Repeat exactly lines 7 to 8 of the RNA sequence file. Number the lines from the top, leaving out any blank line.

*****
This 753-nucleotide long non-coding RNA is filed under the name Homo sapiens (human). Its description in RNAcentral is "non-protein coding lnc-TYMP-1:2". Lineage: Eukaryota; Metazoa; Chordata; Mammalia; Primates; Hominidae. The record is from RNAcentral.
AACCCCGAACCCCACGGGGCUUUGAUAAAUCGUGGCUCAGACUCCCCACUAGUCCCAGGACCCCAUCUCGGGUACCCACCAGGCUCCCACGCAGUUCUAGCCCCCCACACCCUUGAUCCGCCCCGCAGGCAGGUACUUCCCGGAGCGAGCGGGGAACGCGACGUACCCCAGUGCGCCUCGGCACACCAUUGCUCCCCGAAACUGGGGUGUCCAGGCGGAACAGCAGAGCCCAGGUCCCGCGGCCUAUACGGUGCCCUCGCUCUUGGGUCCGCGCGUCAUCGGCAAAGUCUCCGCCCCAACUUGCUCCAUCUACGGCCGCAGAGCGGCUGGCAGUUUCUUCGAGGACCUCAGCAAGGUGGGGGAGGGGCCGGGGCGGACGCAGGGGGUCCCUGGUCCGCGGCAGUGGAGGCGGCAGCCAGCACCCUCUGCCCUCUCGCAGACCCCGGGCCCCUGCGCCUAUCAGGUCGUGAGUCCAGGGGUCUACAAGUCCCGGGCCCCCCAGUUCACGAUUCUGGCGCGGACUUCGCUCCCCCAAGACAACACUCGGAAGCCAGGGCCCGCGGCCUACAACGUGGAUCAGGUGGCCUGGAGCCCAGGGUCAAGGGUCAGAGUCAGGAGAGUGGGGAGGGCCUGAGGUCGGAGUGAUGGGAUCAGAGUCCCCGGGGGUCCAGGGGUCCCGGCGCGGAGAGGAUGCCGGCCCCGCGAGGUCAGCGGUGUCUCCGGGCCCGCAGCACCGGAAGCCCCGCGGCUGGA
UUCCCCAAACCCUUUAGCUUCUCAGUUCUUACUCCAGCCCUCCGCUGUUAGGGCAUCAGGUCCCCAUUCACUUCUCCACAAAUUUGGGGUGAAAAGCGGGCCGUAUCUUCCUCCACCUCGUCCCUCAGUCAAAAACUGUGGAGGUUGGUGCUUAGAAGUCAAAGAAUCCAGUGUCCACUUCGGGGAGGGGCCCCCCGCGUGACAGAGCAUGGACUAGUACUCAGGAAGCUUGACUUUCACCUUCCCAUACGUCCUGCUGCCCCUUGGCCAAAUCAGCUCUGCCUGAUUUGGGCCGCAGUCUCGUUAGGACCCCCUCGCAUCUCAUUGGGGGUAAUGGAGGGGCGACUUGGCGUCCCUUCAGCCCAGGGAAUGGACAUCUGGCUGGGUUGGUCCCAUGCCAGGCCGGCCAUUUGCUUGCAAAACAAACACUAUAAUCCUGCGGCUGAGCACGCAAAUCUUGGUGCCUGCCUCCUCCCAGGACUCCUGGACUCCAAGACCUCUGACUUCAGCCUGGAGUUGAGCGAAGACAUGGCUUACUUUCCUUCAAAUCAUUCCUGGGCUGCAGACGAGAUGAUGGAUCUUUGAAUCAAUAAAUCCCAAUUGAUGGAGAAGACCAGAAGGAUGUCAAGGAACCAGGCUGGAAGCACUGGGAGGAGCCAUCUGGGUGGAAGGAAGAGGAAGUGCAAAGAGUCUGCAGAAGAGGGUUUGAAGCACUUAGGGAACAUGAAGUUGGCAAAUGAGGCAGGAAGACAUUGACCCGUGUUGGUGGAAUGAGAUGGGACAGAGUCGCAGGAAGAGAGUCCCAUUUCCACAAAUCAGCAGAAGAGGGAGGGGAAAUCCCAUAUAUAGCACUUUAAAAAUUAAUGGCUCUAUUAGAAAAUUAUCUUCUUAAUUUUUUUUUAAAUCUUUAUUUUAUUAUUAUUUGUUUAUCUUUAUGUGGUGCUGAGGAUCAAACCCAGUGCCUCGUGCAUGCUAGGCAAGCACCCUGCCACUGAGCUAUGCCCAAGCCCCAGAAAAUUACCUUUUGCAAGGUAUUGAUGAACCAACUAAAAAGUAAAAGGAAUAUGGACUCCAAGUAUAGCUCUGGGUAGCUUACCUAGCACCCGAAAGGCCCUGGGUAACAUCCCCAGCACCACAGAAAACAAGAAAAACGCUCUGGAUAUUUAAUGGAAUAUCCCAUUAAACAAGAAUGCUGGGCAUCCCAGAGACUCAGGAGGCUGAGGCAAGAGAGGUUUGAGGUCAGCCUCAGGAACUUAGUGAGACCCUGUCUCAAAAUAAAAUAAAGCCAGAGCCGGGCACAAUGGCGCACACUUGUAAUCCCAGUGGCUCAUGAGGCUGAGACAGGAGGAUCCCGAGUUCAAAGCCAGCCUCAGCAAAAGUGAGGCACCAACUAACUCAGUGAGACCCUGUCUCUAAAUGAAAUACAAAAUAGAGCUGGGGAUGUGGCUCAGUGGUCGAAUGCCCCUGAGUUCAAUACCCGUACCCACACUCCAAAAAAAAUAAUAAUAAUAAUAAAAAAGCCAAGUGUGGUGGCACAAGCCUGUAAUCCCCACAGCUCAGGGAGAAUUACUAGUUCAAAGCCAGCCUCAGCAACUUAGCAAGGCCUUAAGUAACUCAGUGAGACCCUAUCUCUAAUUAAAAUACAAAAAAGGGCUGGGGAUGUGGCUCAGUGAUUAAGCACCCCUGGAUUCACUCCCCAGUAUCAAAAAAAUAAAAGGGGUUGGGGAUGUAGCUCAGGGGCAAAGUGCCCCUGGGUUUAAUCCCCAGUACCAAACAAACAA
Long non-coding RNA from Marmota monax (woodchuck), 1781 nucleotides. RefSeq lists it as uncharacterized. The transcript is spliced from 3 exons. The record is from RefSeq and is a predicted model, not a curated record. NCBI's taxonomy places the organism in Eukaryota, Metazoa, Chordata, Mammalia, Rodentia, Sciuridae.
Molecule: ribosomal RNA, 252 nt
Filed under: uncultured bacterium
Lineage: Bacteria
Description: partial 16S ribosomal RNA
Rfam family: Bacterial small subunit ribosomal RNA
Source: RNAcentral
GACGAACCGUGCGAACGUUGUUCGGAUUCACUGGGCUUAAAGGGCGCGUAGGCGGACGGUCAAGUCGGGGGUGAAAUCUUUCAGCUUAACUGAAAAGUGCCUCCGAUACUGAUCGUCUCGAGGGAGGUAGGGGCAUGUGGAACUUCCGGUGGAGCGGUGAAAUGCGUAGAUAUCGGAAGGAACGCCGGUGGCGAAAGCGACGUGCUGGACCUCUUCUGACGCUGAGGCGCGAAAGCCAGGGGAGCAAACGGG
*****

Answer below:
Lineage: Bacteria
Description: partial 16S ribosomal RNA